Standing at the confluence of the River Irwell and River Croal the site was used around 1850-70 as a tip for toxic alkaline waste from the production of sodium carbonate (soda ash) by the Leblanc process. The waste, known as "galligu", was a blue sludge (from reduced iron compounds) dominated by calcium sulphide and smelling of bad eggs. The surface of the waste has since weathered down to calcium carbonate, and calcicolous vegetation has colonised the site. As natural limestone grassland does not occur in Greater Manchester, many of the species found are rare in the county.
There are a number of different habitats on the site, the creation of which were dependent upon: the type of waste deposited, the pattern of deposition and the nature of the underlying substrate:
- Open, species rich, calcicolous grassland.
- Fescue grassland with salix scrub.
- Wet areas with rushes, marsh plants and salix scrub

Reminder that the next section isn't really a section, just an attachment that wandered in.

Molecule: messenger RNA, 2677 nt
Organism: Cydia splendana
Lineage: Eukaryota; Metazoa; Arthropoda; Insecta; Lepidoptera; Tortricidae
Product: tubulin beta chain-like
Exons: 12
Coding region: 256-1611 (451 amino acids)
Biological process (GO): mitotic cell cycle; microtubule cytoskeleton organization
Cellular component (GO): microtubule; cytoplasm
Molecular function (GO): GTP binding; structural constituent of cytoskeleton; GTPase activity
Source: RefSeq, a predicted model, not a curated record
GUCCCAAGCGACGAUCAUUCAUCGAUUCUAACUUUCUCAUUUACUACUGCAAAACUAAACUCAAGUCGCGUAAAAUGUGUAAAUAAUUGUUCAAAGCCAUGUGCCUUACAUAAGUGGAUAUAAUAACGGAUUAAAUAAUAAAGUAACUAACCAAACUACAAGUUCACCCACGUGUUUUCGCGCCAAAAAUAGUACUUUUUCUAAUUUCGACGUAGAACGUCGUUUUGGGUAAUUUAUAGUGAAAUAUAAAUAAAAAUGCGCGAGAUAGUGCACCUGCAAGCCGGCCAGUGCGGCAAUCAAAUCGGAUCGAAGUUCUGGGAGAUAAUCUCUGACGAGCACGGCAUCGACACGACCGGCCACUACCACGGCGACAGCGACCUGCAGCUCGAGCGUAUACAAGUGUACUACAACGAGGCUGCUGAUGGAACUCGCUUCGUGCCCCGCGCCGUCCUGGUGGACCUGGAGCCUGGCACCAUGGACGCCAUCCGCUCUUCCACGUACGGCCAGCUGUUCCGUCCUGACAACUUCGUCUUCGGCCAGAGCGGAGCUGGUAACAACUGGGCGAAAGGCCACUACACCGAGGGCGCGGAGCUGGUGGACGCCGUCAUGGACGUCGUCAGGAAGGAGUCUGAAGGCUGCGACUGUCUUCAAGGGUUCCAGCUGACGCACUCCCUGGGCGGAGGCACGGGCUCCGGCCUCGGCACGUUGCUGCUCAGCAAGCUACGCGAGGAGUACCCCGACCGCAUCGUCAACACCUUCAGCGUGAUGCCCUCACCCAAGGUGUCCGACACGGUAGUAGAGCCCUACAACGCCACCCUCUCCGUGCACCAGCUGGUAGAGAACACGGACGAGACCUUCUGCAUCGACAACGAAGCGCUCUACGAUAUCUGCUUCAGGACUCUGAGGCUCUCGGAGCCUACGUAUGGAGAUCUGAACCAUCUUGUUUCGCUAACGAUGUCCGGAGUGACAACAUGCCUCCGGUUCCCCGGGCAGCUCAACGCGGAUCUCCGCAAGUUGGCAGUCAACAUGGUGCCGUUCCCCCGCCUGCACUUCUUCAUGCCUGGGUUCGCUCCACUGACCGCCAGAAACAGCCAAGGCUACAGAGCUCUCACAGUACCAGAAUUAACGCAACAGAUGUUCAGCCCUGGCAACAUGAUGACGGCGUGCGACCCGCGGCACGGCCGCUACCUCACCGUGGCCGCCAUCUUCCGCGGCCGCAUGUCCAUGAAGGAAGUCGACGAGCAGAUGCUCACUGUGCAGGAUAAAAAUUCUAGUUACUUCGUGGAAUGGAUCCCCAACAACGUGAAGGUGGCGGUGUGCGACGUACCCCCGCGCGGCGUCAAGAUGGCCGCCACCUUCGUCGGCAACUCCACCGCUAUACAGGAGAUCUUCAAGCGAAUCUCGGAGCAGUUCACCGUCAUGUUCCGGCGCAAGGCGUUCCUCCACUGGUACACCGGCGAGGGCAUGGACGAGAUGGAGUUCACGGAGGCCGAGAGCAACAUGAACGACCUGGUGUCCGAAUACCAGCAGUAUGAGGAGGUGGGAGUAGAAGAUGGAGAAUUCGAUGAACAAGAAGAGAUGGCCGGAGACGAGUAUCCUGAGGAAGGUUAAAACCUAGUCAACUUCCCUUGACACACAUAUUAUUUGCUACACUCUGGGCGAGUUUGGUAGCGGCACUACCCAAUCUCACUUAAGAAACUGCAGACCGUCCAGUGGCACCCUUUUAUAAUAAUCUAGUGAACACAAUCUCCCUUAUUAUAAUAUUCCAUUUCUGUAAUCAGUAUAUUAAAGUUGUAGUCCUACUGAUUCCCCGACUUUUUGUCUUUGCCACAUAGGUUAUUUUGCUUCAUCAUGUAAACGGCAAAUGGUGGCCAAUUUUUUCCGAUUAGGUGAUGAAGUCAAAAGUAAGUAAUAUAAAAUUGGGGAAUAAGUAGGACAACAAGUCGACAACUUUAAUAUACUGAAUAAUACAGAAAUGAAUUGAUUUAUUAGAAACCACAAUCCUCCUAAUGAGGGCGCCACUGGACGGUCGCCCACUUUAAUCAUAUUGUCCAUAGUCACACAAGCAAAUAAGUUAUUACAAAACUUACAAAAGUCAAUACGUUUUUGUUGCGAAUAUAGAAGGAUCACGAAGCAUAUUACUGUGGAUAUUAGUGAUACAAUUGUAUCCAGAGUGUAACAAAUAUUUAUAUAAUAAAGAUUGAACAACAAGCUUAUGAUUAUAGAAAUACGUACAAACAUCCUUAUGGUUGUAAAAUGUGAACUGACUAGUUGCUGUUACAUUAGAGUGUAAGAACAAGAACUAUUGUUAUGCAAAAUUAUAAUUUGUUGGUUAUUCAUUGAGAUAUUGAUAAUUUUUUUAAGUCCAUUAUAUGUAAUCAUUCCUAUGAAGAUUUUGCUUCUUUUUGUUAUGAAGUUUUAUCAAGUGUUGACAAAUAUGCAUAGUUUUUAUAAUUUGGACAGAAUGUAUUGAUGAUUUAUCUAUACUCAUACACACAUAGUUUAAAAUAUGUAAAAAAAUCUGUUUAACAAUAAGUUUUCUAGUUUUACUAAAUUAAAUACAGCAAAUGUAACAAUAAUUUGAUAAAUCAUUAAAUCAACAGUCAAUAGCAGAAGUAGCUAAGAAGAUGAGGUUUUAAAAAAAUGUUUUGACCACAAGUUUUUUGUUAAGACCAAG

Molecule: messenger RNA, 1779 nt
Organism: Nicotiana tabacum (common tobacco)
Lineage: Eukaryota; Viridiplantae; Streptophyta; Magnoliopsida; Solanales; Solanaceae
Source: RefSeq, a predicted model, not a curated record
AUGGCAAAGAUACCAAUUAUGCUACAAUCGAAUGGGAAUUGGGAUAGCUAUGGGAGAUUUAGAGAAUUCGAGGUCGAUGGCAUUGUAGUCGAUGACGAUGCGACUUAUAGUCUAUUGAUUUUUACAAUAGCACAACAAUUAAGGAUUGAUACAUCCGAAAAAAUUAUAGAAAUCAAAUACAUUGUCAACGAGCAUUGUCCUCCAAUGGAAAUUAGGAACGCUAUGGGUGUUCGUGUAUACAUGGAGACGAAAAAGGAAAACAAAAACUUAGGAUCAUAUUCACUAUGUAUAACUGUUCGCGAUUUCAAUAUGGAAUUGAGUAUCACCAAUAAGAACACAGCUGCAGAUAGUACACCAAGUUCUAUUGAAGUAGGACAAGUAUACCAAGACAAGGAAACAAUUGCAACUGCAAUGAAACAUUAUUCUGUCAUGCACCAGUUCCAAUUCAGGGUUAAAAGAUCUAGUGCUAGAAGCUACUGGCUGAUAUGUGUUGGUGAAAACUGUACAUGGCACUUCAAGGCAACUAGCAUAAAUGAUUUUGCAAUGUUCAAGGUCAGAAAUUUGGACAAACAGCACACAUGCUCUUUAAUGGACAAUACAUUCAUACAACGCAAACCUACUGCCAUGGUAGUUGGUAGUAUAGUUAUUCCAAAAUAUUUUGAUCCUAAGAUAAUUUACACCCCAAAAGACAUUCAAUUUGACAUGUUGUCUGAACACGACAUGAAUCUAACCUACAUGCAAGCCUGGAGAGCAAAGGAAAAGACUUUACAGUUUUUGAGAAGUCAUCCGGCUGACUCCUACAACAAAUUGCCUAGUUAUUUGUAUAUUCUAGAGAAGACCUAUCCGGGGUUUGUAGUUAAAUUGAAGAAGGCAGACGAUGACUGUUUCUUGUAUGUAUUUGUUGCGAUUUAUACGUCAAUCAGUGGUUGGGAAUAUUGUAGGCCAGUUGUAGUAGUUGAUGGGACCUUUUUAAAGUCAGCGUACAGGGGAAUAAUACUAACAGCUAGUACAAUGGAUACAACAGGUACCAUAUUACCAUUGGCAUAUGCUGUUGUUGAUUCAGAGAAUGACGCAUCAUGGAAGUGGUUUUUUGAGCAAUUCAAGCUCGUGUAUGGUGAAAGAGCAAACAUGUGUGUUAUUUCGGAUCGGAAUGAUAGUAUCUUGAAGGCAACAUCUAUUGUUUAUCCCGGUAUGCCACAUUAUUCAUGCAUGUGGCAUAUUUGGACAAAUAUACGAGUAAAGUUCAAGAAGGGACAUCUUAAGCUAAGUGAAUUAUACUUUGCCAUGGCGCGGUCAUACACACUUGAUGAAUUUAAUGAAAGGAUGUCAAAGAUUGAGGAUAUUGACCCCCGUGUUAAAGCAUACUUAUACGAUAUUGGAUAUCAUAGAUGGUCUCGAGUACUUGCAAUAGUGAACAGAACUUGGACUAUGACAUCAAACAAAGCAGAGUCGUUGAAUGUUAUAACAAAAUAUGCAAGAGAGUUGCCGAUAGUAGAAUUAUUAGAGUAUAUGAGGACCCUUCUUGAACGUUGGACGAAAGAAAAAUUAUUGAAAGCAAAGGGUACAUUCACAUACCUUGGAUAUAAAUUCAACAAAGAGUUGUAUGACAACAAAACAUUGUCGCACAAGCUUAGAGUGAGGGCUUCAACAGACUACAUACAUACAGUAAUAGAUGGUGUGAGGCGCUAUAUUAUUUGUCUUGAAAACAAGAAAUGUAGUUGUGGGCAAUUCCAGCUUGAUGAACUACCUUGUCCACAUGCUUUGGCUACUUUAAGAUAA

- neutral grasslands.
- Acid grasslands.
- "Nob End citation" (PDF). Sites of Special Scientific Interest. Natural England.
- "Map of Nob End". Sites of Special Scientific Interest. Natural England.
- "Nob End". Local Nature Reserves. Natural England.
- "Map of Nob End". Local Nature Reserves. Natural England.
- Shaw, PJA; Halton, W (1998). "Classic sites: Nob End". British Wildlife Magazine. 10: 13–17.
- Anon. "File SD 70/2: Nob End" (PDF). Retrieved 18 February 2012.
- Richardson, Derek. "Grasslands" (PDF). Habitat Action Plan 2009. Greater Manchester Biodiversity Project. Retrieved 18 February 2012.
- Pennine Waterways
- Gemmell, R.P.; Crombie S.A. "Management of waste tips for enhancement of landscape quality". Landscape Research. Taylor & Francis Group. 1 (1): 10–11. doi:10.1080/01426397508705789.